Thank you for continuously helping people in distress. I have a problem that is becoming difficult for me to address. My wife of 11 years doesn’t like bathing in the evening and she is allergic to roll-ons. In the evenings, she smells of sweat, but she won’t shower. The worst thing is that even her private parts tend to be smelly and this is negatively affecting our sex life. This has been worsening over time and I’m finding it very difficult to engage with her. My efforts to address this has fallen on deaf ears and even when I take a bath as an example she won’t budge. How can I make her understand what I’m going through and the fact that she is creating a rift in our sex life?
The communication issue with your wife seems to be long-standing and I suppose may also affect other areas of your life. A good approach is to set a conducive environment to have the discussion, and calmly explain how you feel about the state of affairs and how it has affected you, without blaming her, just focusing on how you feel, then invite her to respond with how she feels about the situation. It would be helpful to find out the reason behind her decisions. For most women, sexual intercourse is very dependent on the mental and emotional state, and not preparing for it may be her way of expressing lack of interest or her objection to it or something else. If it is agreeable to both of you, a trusted third party may also be involved to help negotiate the underlying issues.
My feet get smelly whenever I put on my shoes — both closed and open — for almost a month now. I also developed rashes on my face that have been there for almost two years now. What are the remedies for my problems?
Smelly feet are usually caused by sweating and wearing the same shoes every day. Everybody can have sweaty feet, but this is more in teenagers and pregnant women due to hormonal changes. Your feet may also sweat more if you are on your feet all day, if you wear tight shoes, if you are stressed or if you have a medical condition which makes you sweat excessively (hyperhidrosis). When this sweat is absorbed by the shoes and they are not cleaned or aired appropriately before being worn again, they make the feet smell. This sweating also makes it easier to get a fungal infection on the feet and between the toes, which also contributes to the smell.
To manage it, clean your feet at least once a day, with antibacterial soap, if possible, then dry your feet well, especially between the toes. Wear cotton socks, change socks daily, wear leather or canvas shoes and avoid plastic shoes, do not wear the same pair of shoes two days in a row, so as to give them at least 24 hours to dry. You can use foot powder to absorb sweat and keep toe nails short and clean. Remove any hard skin under the toe nails. If you have any infection, it should be treated.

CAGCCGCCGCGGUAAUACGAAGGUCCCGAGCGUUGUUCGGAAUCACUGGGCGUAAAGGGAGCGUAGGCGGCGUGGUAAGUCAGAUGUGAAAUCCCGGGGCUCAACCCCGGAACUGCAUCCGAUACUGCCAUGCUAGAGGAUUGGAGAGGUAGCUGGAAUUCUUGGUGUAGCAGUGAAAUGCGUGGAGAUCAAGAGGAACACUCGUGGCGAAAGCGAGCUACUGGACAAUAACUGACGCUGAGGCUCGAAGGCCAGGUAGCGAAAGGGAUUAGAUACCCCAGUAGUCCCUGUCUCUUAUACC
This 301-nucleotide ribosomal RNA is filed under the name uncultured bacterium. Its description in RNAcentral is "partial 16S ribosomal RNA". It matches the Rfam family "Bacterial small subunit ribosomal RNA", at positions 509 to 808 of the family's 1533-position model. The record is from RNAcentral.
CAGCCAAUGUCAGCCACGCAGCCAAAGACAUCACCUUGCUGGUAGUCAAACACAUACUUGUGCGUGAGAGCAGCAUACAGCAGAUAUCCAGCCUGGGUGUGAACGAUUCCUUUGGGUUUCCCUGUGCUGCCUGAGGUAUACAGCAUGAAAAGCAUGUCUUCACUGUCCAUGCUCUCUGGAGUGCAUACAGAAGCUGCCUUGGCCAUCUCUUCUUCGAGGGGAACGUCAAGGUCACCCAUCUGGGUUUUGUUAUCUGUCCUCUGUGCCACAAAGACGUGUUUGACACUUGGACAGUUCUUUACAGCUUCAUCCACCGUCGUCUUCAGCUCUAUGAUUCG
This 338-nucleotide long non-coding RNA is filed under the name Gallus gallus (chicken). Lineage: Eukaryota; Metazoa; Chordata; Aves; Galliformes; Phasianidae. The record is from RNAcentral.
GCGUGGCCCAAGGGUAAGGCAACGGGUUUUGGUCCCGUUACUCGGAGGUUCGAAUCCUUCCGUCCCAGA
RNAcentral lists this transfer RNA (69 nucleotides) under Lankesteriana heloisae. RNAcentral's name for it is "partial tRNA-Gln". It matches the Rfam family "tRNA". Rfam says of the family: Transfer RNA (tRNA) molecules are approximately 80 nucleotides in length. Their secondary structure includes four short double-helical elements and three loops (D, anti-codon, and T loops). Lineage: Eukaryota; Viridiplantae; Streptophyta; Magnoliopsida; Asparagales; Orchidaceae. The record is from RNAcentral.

The rashes on the face maybe pimples, which are small swellings on the skin caused by blockage of skin pores by excess oil (sebum), dead skin cells and bacteria. Further, irritation and/or infection can make the situation worse, causing bigger swellings, some of which are painful, and which can heal with scarring. To manage the pimples, clean your face in the morning and before going to bed with warm water and a mild cleanser. Avoid scrubbing your face as it makes pimples worse. Also, eat a lot of vegetables, take a lot of water and avoid picking or squeezing the pimples. In addition, avoid touching your face and use sunscreen. See a skin specialist to get treatment that is specific for the kind of pimples you have. But, you must patient as clearing pimples takes time.
I wear spectacles and on a visit to a physician, she diagnosed me with cataracts of both eyes. What is the cause of this eye ailment? Could exposure to sunlight or voracious reading cause this? Can laser surgery be used? Can cataract surgery be performed without the use of anaesthesia? Please enlighten me.
The eyes have a clear lens through which light passes and is focused on the back of the eye (retina), so that you can see sharp and clear images. With age, this lens becomes less flexible, thicker and cloudy, and this is called a cataract. This happens progressively over time and eventually it interferes with your vision and your everyday activities. Cataracts form in both eyes though they may be at different stages, so the vision is different in the two eyes. Symptoms include blurry vision, difficulty seeing at night, need for more light so as to be able to read, seeing a halo around lights, changing prescription eyeglasses frequently, double vision and fading of colours. Factors that increase your risk of developing cataracts include older age, obesity, diabetes, high blood pressure, smoking, excessive alcohol intake, long term use of steroids, genetic disorders, and previous eye injury or surgery. Excessive exposure to light also increases the risk of developing cataracts.
Cataract surgery is done when the clouded vision starts to affect your everyday activities. During the surgery, the cloudy lens is removed and replaced with a clear artificial lens. If you have a condition prohibiting the use of an artificial lens, the cataract is removed and you are given prescription glasses. Laser technology cannot be used for this procedure. Anaesthesia is applied to the eye to eliminate pain during the procedure, which is usually performed when you are awake. The procedure is done in an outpatient set-up and healing takes about eight weeks.
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